Although evidence now suggests cGMP is a negative regulator of cardiac hypertrophy, the direct consequences of the soluble guanylyl cyclase (sGC) activator BAY 58-2667 on cardiac remodeling, independent of changes in hemodynamic load, has not been investigated. In the present study, we tested the hypothesis that the NO•-independent sGC activator BAY 58-2667 inhibits cardiomyocyte hypertrophy in vitro. Concomitant impact of BAY 58-2667 on cardiac fibroblast proliferation, and insights into potential mechanisms of action, were also sought. Results were compared to the sGC stimulator BAY 41-2272.
Methods
Neonatal rat cardiomyocytes were incubated with endothelin-1 (ET1, 60nmol/L) in the presence and absence of BAY 41-2272 and BAY 58-2667 (0.01–0.3 µmol/L). Hypertrophic responses and its triggers, as well as cGMP signaling, were determined. The impact of both sGC ligands on basal and stimulated cardiac fibroblast proliferation in vitro was also determined.
Results
We now demonstrate that BAY 58-2667 (0.01–0.3 µmol/L) elicited concentration-dependent antihypertrophic actions, inhibiting ET1-mediated increases in cardiomyocyte 2D area and de novo protein synthesis, as well as suppressing ET1-induced cardiomyocyte superoxide generation. This was accompanied by potent increases in cardiomyocyte cGMP accumulation and activity of its downstream signal, vasodilator-stimulated phosphoprotein (VASP), without elevating cardiomyocyte cAMP. In contrast, submicromolar concentrations of BAY 58-2667 had no effect on basal or stimulated cardiac fibroblast proliferation. Indeed, only at concentrations ≥10 µmol/L was inhibition of cardiac fibrosis seen in vitro. The effects of BAY 58-2667 in both cell types were mimicked by BAY 41-2272.
Conclusions
Our results demonstrate that BAY 58-2667 elicits protective, cardiomyocyte-selective effects in vitro. These actions are associated with sGC activation and are evident in the absence of confounding hemodynamic factors, at low (submicromolar) concentrations. Thus this distinctive sGC ligand may potentially represent an alternative therapeutic approach for limiting myocardial hypertrophy.
doi:10.1371/journal.pone.0044481
PMCID: PMC3492396  PMID: 23144773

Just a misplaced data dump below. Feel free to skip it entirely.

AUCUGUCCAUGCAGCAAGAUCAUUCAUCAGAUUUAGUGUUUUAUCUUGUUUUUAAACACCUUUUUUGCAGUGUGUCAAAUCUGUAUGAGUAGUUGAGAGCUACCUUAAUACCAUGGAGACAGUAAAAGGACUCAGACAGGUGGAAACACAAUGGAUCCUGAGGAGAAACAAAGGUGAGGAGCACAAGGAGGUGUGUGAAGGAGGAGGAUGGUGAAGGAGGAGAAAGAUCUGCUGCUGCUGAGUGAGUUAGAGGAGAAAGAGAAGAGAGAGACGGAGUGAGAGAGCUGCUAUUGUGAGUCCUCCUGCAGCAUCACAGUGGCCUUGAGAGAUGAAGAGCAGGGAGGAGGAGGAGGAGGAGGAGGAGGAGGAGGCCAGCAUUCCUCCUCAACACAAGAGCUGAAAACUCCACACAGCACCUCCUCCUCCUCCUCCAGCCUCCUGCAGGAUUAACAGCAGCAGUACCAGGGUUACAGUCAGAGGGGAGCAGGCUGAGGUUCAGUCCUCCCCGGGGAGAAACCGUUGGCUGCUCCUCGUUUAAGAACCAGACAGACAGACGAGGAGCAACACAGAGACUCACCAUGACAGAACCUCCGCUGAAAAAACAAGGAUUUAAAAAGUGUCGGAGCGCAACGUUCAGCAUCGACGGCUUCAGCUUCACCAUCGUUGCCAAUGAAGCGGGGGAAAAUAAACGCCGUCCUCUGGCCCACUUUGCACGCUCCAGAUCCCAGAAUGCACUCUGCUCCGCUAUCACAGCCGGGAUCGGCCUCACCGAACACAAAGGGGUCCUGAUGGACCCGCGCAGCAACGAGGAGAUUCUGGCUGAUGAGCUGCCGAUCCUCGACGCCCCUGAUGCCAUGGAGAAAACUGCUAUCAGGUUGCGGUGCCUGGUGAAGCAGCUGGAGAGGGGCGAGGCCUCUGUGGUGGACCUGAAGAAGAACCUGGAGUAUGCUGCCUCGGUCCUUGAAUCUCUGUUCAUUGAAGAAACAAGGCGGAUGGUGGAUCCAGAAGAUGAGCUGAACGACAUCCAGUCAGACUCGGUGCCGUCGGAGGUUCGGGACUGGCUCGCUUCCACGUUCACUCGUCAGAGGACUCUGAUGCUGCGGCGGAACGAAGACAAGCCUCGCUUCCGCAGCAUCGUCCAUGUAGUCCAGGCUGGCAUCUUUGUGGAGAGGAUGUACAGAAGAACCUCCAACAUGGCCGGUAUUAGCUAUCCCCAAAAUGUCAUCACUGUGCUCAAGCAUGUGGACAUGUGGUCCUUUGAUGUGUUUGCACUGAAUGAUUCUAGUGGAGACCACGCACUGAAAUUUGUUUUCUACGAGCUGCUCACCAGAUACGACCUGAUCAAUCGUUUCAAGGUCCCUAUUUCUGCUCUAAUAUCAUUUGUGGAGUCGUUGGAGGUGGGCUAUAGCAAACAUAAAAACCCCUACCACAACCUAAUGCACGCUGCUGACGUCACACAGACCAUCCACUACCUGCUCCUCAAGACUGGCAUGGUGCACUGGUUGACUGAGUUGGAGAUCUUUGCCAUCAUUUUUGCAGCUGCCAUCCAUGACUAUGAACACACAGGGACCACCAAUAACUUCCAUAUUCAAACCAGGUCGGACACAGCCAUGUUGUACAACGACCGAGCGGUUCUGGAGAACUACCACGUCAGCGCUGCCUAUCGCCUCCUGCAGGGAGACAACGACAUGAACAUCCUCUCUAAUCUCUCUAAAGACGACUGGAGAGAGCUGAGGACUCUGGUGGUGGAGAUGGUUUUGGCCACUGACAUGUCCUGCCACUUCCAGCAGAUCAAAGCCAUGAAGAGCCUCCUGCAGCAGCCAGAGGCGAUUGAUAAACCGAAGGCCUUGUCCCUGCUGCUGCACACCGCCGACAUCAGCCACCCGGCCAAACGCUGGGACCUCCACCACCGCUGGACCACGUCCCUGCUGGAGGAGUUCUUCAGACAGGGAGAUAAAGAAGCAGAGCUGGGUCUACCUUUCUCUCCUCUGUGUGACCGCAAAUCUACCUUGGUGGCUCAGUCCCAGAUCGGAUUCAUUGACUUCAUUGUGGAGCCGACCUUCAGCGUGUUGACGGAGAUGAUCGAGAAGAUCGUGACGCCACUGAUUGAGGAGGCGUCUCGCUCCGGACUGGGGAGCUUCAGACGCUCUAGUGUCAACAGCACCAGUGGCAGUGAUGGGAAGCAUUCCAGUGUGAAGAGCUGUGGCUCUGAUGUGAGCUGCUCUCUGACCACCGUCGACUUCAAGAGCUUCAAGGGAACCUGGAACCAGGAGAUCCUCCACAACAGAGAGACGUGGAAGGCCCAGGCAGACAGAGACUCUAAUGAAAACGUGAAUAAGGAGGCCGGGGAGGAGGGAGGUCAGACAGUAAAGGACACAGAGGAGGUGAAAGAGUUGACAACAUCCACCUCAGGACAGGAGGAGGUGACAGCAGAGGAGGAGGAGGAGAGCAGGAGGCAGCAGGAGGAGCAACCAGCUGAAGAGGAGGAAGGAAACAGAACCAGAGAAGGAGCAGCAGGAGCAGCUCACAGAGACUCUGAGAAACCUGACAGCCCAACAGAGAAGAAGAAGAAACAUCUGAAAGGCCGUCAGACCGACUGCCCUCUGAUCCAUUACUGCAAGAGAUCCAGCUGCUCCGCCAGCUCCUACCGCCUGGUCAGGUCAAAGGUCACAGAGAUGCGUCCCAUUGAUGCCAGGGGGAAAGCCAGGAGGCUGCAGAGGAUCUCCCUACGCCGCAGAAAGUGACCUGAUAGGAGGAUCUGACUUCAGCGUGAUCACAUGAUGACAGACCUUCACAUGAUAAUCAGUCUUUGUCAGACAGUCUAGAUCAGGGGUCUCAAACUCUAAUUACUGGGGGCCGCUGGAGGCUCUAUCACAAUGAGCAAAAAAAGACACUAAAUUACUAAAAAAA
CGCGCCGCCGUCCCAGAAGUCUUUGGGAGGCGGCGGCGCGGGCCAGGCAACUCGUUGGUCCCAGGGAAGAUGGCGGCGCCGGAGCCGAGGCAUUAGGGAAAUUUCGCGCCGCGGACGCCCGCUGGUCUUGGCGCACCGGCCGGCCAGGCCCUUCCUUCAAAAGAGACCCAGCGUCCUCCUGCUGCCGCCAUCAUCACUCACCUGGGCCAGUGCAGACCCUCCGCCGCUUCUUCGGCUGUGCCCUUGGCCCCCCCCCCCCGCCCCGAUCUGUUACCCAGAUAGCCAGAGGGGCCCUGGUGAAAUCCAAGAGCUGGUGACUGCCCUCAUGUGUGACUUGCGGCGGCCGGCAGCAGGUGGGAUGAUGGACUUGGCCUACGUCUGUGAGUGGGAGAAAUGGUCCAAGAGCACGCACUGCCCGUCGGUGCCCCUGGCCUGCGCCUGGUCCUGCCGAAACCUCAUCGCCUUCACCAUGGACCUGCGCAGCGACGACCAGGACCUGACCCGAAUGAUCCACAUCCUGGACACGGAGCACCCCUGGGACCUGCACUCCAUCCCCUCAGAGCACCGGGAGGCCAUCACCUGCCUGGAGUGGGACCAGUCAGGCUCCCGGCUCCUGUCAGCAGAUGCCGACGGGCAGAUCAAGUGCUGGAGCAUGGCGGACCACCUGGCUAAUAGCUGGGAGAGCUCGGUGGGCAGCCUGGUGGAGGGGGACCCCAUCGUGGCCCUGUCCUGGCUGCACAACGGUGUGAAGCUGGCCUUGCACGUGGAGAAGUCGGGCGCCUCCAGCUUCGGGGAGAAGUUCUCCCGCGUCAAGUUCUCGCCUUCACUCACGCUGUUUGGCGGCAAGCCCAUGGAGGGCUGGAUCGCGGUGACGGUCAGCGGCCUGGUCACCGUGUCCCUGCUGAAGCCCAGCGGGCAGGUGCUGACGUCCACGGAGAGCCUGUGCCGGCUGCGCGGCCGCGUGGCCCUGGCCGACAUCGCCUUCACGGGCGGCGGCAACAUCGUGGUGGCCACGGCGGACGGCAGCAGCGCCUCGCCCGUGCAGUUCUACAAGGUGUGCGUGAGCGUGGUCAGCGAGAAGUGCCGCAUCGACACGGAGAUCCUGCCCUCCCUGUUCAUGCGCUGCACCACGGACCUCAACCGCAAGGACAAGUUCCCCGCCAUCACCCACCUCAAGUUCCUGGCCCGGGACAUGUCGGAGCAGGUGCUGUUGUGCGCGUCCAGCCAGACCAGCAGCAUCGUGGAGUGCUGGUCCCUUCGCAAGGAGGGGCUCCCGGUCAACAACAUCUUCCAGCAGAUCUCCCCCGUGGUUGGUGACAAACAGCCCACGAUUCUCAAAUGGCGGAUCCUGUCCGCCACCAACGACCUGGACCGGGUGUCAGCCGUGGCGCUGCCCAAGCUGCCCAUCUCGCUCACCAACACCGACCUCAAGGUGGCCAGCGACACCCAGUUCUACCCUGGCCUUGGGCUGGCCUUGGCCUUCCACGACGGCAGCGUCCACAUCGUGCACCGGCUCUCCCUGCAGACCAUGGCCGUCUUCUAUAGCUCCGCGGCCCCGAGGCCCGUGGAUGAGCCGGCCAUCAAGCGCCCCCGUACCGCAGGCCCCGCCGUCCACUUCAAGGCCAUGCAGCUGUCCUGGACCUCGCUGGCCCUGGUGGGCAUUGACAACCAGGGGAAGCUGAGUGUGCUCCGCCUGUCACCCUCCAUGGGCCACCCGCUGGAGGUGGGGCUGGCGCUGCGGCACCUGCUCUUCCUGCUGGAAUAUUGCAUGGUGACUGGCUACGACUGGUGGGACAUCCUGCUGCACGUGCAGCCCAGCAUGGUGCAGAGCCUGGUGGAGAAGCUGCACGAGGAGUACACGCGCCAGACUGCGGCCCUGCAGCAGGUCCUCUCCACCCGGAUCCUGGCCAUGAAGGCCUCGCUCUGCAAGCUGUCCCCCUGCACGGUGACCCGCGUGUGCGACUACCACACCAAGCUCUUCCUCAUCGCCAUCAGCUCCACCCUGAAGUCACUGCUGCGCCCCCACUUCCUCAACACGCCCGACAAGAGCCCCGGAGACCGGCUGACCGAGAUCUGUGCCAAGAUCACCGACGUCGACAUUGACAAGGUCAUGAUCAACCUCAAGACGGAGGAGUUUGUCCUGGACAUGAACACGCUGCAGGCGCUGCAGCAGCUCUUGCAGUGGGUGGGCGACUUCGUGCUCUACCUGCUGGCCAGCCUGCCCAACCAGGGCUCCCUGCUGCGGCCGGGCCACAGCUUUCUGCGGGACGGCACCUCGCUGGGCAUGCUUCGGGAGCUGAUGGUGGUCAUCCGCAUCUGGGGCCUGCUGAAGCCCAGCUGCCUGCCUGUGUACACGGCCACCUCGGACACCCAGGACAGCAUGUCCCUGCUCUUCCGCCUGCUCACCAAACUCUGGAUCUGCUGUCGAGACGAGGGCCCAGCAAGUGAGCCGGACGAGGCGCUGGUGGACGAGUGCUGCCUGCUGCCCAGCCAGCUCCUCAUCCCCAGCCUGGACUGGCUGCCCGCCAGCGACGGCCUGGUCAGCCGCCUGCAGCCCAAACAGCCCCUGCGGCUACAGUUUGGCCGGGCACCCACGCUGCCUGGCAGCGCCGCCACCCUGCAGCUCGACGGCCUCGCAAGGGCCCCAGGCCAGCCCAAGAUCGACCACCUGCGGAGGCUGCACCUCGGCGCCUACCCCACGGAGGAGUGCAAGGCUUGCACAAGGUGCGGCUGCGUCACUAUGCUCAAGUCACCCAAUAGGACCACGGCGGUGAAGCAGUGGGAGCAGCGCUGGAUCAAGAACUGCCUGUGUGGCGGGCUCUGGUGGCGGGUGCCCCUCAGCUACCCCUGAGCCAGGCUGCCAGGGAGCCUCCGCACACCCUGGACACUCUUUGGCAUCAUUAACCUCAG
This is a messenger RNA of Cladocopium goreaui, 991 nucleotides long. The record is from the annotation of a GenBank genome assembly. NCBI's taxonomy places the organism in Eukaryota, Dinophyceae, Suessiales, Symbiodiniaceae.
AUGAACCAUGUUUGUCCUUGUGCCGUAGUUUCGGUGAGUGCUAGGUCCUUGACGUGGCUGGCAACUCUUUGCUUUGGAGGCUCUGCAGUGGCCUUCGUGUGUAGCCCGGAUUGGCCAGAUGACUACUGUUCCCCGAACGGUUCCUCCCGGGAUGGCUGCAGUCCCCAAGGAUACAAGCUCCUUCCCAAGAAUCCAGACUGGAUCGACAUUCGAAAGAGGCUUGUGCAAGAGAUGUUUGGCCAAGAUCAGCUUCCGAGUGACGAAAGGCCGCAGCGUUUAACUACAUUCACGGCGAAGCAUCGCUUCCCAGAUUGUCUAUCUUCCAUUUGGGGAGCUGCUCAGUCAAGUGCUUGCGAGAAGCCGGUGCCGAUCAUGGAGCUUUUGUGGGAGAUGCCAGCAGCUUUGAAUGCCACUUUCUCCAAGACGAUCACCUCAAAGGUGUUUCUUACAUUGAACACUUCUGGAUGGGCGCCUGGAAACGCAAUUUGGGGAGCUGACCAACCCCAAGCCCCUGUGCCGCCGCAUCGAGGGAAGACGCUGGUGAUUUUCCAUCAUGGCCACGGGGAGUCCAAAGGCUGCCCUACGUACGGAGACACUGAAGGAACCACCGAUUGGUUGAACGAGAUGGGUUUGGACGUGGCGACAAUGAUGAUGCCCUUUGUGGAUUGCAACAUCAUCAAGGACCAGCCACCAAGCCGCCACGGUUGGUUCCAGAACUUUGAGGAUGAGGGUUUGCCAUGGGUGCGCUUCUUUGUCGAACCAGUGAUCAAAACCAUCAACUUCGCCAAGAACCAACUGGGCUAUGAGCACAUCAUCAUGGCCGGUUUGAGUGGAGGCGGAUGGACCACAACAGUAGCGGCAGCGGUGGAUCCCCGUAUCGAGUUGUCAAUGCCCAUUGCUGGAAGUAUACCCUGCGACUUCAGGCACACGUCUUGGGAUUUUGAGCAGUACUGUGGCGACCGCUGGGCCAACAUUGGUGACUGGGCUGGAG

13.  Soluble Guanylate Cyclase as an Emerging Therapeutic Target in Cardiopulmonary Disease 
Circulation  2011;123(20):2263-2273.
doi:10.1161/CIRCULATIONAHA.110.981738
PMCID: PMC3103045  PMID: 21606405
cardiovascular diseases; hypertension; pulmonary; soluble guanylate cyclase; nitric oxide; riociguat
15.  Fluorescence Dequenching Makes Haem-Free Soluble Guanylate Cyclase Detectable in Living Cells 
PLoS ONE  2011;6(8):e23596.
In cardiovascular disease, the protective NO/sGC/cGMP signalling-pathway is impaired due to a decreased pool of NO-sensitive haem-containing sGC accompanied by a reciprocal increase in NO-insensitive haem-free sGC. However, no direct method to detect cellular haem-free sGC other than its activation by the new therapeutic class of haem mimetics, such as BAY 58-2667, is available. Here we show that fluorescence dequenching, based on the interaction of the optical active prosthetic haem group and the attached biarsenical fluorophor FlAsH can be used to detect changes in cellular sGC haem status. The partly overlap of the emission spectrum of haem and FlAsH allows energy transfer from the fluorophore to the haem which reduces the intensity of FlAsH fluorescence. Loss of the prosthetic group, e.g. by oxidative stress or by replacement with the haem mimetic BAY 58-2667, prevented the energy transfer resulting in increased fluorescence. Haem loss was corroborated by an observed decrease in NO-induced sGC activity, reduced sGC protein levels, and an increased effect of BAY 58-2667. The use of a haem-free sGC mutant and a biarsenical dye that was not quenched by haem as controls further validated that the increase in fluorescence was due to the loss of the prosthetic haem group. The present approach is based on the cellular expression of an engineered sGC variant limiting is applicability to recombinant expression systems. Nevertheless, it allows to monitor sGC's redox regulation in living cells and future enhancements might be able to extend this approach to in vivo conditions.
doi:10.1371/journal.pone.0023596
PMCID: PMC3157391  PMID: 21858179

Results 1-25 (65)